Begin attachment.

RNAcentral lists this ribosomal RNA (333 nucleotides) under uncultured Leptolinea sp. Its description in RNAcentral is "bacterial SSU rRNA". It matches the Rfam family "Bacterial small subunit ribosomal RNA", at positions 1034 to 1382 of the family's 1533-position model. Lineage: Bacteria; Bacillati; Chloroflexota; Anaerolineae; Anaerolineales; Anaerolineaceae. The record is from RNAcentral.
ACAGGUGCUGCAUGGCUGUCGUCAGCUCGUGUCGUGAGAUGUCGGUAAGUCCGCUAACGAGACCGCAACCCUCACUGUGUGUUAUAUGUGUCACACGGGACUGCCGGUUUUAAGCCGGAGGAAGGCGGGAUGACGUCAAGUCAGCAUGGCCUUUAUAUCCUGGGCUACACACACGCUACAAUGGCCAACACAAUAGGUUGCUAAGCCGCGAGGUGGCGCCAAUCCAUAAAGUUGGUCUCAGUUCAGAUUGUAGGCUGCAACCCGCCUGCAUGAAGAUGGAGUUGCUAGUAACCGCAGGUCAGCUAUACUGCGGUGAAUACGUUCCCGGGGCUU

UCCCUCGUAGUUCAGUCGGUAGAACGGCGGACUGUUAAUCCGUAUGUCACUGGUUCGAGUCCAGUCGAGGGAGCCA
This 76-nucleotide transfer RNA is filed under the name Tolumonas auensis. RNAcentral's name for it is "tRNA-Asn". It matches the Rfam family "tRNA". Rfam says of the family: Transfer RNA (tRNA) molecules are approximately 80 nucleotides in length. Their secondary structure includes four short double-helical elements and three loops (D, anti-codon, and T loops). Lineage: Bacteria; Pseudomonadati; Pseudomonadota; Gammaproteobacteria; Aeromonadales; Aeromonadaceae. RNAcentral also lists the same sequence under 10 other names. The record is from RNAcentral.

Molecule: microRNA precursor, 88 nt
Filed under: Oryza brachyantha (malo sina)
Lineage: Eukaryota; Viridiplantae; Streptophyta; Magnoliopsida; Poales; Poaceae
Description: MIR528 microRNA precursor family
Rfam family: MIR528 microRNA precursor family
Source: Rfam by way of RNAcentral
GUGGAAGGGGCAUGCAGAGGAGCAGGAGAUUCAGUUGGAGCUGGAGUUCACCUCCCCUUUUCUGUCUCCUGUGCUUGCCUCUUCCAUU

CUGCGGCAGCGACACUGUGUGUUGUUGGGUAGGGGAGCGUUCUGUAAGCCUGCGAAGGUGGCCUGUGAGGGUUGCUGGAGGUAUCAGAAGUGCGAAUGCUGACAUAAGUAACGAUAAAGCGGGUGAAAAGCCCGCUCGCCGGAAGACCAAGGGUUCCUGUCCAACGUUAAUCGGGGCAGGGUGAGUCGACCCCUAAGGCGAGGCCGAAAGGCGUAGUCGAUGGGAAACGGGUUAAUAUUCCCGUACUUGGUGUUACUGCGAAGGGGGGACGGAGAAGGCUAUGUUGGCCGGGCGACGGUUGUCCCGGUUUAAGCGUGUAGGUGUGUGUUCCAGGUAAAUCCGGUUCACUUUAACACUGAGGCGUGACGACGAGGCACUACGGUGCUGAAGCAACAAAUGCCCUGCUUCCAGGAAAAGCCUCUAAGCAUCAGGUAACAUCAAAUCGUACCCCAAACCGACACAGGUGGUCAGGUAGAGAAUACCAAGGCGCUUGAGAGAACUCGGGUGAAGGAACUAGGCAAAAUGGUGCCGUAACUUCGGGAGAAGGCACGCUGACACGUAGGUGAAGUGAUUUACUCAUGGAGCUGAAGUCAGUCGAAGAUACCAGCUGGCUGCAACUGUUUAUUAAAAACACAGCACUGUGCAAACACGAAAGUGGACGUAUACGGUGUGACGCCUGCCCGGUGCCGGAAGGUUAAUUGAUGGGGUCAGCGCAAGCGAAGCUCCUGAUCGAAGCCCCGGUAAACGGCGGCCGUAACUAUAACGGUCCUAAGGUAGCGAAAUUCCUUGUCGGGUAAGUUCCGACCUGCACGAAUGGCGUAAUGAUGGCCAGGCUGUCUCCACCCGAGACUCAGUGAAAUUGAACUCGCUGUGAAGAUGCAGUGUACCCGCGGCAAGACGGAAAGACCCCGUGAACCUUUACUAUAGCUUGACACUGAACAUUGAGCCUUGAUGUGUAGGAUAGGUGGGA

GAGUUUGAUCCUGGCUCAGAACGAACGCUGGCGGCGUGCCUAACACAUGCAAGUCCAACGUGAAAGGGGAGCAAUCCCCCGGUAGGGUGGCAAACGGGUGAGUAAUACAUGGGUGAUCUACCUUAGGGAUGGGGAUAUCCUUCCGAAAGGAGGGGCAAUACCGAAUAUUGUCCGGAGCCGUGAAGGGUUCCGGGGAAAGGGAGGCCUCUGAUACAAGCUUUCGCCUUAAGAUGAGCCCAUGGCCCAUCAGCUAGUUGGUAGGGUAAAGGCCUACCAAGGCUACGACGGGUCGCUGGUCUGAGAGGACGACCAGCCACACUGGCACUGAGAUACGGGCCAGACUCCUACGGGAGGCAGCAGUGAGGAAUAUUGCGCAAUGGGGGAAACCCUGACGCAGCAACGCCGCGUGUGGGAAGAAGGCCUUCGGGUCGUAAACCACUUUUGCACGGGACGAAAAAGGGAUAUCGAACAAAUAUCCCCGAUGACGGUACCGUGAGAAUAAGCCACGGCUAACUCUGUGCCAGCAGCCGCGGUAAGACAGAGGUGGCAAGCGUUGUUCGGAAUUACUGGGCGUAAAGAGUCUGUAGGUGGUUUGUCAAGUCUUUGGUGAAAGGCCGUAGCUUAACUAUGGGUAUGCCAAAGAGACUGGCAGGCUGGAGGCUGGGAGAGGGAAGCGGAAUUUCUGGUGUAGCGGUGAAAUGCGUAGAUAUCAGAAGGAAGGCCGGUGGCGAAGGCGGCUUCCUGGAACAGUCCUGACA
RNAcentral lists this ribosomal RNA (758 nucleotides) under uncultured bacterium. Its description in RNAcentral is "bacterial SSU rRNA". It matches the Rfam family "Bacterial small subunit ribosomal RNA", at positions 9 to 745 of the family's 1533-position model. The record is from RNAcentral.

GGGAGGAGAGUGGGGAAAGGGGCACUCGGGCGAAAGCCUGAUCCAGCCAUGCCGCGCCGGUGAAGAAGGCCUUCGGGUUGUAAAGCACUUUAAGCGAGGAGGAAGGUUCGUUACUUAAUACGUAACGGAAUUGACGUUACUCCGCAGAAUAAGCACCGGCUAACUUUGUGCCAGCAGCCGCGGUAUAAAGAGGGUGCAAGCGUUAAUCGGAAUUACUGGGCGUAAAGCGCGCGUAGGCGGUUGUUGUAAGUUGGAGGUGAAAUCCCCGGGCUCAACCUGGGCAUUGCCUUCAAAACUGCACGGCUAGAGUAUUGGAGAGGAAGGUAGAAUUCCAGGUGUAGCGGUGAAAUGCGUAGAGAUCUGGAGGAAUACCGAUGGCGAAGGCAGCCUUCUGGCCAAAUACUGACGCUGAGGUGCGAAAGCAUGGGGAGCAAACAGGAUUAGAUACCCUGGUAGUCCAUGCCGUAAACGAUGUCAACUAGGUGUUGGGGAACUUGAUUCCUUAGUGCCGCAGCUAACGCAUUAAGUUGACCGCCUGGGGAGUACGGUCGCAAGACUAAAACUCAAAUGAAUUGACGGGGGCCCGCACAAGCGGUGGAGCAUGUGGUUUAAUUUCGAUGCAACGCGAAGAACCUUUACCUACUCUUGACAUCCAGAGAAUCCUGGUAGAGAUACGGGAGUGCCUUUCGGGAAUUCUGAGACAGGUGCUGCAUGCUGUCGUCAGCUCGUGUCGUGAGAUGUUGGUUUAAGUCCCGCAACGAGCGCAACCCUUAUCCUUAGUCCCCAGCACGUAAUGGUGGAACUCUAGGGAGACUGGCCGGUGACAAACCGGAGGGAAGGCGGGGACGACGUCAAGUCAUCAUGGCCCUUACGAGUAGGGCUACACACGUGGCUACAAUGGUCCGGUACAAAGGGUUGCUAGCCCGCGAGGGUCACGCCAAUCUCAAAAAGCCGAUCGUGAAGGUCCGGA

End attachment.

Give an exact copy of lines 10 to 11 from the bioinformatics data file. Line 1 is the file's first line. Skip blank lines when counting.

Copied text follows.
Source: Rfam by way of RNAcentral
GUGGAAGGGGCAUGCAGAGGAGCAGGAGAUUCAGUUGGAGCUGGAGUUCACCUCCCCUUUUCUGUCUCCUGUGCUUGCCUCUUCCAUU